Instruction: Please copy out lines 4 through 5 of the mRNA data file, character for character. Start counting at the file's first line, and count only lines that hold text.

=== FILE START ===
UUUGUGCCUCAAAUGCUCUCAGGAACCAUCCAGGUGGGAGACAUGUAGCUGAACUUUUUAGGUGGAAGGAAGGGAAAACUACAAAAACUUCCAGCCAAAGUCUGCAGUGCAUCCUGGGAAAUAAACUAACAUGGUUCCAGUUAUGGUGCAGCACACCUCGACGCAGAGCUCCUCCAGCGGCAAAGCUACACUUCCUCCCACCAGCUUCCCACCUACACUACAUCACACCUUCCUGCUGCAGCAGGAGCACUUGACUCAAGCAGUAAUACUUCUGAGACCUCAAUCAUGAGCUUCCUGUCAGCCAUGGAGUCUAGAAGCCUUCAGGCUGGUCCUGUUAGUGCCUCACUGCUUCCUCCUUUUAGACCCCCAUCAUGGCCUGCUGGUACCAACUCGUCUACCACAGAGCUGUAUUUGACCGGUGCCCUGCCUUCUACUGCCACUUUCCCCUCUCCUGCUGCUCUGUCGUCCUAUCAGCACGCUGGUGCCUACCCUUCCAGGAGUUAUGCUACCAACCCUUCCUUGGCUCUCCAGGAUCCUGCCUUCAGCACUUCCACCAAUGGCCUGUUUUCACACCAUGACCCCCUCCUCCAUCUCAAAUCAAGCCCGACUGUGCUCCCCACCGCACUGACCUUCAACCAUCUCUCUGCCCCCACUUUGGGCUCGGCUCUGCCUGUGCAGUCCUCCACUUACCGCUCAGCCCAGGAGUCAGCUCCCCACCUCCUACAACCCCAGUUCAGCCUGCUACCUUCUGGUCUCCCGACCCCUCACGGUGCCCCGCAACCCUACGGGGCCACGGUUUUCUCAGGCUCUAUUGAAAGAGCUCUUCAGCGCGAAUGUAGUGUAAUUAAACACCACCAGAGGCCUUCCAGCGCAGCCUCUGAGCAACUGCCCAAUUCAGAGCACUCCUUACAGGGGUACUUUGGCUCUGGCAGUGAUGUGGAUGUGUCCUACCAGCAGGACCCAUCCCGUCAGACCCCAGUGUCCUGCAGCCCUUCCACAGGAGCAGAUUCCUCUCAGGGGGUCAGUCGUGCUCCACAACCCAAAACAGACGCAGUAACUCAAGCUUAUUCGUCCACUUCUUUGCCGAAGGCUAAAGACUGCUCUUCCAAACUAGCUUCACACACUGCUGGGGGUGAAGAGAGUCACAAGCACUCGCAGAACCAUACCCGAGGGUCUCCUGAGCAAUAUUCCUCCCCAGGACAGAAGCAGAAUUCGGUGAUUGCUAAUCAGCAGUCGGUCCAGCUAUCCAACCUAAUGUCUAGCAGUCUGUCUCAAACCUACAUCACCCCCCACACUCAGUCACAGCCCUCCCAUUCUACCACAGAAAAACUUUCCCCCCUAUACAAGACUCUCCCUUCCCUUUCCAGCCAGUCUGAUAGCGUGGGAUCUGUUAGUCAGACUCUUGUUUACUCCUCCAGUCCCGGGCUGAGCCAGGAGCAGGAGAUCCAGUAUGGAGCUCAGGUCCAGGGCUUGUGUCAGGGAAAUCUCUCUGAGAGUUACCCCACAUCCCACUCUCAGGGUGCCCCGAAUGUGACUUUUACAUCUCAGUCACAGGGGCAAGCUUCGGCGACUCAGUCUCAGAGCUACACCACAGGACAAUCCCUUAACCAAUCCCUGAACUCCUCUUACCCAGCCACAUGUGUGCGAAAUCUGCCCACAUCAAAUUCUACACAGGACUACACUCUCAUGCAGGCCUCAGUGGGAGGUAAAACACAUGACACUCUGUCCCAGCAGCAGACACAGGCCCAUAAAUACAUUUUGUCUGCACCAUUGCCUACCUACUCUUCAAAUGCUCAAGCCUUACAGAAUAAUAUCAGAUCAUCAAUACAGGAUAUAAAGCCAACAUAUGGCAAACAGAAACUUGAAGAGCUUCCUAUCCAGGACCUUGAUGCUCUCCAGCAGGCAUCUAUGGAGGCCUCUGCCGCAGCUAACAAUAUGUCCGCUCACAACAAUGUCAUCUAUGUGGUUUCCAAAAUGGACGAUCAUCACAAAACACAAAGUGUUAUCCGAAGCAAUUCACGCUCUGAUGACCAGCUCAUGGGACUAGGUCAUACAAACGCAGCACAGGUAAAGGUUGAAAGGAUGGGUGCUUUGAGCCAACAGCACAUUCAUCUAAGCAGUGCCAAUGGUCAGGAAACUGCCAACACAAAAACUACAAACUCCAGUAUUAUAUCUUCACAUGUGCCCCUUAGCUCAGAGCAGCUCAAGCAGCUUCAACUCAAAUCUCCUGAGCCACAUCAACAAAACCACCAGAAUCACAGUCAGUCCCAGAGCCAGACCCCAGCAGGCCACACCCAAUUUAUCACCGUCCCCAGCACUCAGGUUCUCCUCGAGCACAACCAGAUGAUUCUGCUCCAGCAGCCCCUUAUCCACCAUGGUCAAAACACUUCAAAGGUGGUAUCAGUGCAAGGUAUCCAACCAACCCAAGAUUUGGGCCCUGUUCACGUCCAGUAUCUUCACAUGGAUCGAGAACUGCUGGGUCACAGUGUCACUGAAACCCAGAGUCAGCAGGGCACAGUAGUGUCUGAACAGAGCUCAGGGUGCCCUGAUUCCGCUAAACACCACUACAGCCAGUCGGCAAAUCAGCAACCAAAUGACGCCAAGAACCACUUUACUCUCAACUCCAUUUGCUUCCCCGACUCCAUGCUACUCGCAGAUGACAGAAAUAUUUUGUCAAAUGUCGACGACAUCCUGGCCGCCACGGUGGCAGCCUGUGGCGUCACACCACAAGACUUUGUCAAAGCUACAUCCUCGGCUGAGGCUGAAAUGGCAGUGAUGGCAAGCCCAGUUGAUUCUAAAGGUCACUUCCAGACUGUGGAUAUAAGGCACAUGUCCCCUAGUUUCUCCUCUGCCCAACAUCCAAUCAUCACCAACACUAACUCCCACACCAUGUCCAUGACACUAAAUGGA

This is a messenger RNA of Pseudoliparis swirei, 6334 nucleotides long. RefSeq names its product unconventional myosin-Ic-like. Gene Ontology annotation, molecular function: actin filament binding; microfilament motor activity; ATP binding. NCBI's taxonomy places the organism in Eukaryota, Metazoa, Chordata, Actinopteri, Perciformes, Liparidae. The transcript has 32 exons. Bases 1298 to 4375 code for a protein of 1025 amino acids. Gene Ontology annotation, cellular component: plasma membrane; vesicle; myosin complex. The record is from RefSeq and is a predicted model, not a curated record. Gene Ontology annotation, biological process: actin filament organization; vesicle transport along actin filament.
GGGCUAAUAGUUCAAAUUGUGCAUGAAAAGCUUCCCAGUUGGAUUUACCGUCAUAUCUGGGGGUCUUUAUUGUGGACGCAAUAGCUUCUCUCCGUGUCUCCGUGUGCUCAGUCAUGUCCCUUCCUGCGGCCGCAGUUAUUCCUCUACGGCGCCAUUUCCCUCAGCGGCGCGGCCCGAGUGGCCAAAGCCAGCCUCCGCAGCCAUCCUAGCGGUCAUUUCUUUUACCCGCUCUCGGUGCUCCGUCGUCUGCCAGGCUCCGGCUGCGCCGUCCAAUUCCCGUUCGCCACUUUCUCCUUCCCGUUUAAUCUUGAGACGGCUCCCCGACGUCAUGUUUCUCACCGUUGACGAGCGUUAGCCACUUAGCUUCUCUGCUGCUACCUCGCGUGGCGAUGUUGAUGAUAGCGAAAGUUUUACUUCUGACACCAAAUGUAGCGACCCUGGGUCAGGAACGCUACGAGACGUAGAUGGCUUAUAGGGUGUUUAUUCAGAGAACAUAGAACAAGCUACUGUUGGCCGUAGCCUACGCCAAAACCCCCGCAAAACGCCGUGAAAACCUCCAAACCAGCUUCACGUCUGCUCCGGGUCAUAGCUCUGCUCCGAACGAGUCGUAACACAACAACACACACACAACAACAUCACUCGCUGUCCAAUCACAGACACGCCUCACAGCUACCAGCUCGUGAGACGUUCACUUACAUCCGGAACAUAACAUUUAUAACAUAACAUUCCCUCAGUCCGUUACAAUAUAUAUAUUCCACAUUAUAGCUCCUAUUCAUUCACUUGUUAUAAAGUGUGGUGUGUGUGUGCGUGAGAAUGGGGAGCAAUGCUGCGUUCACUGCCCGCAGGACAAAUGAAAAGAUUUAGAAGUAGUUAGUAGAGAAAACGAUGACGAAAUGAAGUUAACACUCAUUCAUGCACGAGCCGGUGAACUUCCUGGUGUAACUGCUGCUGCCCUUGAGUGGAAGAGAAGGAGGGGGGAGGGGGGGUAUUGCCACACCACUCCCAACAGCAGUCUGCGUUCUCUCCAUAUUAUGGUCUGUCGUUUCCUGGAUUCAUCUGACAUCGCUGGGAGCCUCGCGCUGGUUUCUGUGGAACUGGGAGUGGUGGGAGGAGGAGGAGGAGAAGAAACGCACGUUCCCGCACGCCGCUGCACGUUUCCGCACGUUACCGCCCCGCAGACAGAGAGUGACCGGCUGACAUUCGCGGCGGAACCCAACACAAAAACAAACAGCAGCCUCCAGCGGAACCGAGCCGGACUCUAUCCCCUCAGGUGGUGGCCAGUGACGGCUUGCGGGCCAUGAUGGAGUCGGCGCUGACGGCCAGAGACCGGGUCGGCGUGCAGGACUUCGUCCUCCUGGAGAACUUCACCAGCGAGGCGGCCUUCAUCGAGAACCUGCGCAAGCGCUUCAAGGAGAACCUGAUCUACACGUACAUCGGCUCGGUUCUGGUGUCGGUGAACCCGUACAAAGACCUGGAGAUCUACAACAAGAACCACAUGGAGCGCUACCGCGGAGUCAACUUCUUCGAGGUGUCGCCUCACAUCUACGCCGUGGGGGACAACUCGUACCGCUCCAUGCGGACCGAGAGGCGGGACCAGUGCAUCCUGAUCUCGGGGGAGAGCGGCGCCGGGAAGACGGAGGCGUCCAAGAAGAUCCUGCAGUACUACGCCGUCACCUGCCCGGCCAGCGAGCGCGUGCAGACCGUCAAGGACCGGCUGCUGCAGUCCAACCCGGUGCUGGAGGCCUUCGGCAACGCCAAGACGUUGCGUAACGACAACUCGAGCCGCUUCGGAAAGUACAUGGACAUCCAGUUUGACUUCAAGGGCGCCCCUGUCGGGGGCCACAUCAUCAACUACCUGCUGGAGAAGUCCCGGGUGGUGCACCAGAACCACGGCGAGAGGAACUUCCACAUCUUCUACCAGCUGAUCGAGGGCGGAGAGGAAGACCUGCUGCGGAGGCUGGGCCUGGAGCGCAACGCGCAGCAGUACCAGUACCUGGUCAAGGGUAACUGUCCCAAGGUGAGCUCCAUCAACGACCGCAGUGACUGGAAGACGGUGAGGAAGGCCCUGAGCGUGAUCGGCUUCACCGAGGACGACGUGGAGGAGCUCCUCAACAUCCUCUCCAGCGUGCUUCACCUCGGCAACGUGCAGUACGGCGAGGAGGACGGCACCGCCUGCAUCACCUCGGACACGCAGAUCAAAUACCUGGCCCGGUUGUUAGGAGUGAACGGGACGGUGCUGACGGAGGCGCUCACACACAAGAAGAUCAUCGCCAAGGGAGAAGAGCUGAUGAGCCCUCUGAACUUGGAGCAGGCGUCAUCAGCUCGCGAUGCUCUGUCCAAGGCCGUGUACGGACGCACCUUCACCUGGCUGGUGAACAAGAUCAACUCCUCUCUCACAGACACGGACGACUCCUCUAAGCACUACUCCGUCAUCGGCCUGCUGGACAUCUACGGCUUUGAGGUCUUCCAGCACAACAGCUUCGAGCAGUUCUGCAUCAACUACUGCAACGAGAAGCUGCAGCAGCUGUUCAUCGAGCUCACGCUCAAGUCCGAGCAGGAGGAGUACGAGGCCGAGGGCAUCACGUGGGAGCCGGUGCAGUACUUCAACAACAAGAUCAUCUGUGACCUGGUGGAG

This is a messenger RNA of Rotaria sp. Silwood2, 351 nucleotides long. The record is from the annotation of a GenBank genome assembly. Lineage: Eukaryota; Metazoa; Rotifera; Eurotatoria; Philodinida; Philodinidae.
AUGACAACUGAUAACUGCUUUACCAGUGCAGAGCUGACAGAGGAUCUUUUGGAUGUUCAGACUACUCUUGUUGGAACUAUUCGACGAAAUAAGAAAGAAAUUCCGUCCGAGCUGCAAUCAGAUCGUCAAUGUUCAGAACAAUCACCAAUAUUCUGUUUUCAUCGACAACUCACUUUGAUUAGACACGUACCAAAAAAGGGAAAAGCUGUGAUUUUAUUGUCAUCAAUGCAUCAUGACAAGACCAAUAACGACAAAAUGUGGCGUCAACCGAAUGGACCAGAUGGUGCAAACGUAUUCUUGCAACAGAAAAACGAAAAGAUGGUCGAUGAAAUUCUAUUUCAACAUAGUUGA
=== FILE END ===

This is a messenger RNA of Rotaria sp. Silwood2, 351 nucleotides long. The record is from the annotation of a GenBank genome assembly. Lineage: Eukaryota; Metazoa; Rotifera; Eurotatoria; Philodinida; Philodinidae.
AUGACAACUGAUAACUGCUUUACCAGUGCAGAGCUGACAGAGGAUCUUUUGGAUGUUCAGACUACUCUUGUUGGAACUAUUCGACGAAAUAAGAAAGAAAUUCCGUCCGAGCUGCAAUCAGAUCGUCAAUGUUCAGAACAAUCACCAAUAUUCUGUUUUCAUCGACAACUCACUUUGAUUAGACACGUACCAAAAAAGGGAAAAGCUGUGAUUUUAUUGUCAUCAAUGCAUCAUGACAAGACCAAUAACGACAAAAUGUGGCGUCAACCGAAUGGACCAGAUGGUGCAAACGUAUUCUUGCAACAGAAAAACGAAAAGAUGGUCGAUGAAAUUCUAUUUCAACAUAGUUGA